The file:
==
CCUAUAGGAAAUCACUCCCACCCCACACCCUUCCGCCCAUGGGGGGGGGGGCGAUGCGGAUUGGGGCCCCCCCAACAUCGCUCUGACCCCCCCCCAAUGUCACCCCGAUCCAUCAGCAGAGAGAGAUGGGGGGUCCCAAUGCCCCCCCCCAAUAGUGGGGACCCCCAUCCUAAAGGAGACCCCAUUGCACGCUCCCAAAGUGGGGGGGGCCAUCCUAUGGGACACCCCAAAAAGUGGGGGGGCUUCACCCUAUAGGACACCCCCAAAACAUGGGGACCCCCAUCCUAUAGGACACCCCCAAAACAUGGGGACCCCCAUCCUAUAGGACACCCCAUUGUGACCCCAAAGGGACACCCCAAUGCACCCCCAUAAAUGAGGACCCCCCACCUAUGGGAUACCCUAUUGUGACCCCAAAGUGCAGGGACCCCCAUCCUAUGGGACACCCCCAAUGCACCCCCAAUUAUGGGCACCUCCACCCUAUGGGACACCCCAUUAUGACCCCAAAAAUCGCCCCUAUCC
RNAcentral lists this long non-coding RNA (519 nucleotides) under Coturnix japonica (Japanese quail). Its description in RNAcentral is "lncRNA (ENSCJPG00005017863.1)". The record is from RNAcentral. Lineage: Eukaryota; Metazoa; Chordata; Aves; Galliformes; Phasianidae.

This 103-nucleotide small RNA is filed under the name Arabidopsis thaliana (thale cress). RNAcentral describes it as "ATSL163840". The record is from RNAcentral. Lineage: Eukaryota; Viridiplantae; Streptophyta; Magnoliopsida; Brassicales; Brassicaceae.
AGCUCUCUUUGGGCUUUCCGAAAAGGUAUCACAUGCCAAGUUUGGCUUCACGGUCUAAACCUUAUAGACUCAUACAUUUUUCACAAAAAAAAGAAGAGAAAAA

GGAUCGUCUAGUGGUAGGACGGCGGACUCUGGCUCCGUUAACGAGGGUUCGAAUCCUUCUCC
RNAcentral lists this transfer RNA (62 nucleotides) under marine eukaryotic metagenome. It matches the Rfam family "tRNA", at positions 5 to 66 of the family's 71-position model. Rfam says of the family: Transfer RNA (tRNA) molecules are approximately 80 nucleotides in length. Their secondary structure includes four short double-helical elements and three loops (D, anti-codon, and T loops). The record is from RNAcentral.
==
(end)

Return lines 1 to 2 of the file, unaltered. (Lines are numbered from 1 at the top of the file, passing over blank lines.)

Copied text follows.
CCUAUAGGAAAUCACUCCCACCCCACACCCUUCCGCCCAUGGGGGGGGGGGCGAUGCGGAUUGGGGCCCCCCCAACAUCGCUCUGACCCCCCCCCAAUGUCACCCCGAUCCAUCAGCAGAGAGAGAUGGGGGGUCCCAAUGCCCCCCCCCAAUAGUGGGGACCCCCAUCCUAAAGGAGACCCCAUUGCACGCUCCCAAAGUGGGGGGGGCCAUCCUAUGGGACACCCCAAAAAGUGGGGGGGCUUCACCCUAUAGGACACCCCCAAAACAUGGGGACCCCCAUCCUAUAGGACACCCCCAAAACAUGGGGACCCCCAUCCUAUAGGACACCCCAUUGUGACCCCAAAGGGACACCCCAAUGCACCCCCAUAAAUGAGGACCCCCCACCUAUGGGAUACCCUAUUGUGACCCCAAAGUGCAGGGACCCCCAUCCUAUGGGACACCCCCAAUGCACCCCCAAUUAUGGGCACCUCCACCCUAUGGGACACCCCAUUAUGACCCCAAAAAUCGCCCCUAUCC
RNAcentral lists this long non-coding RNA (519 nucleotides) under Coturnix japonica (Japanese quail). Its description in RNAcentral is "lncRNA (ENSCJPG00005017863.1)". The record is from RNAcentral. Lineage: Eukaryota; Metazoa; Chordata; Aves; Galliformes; Phasianidae.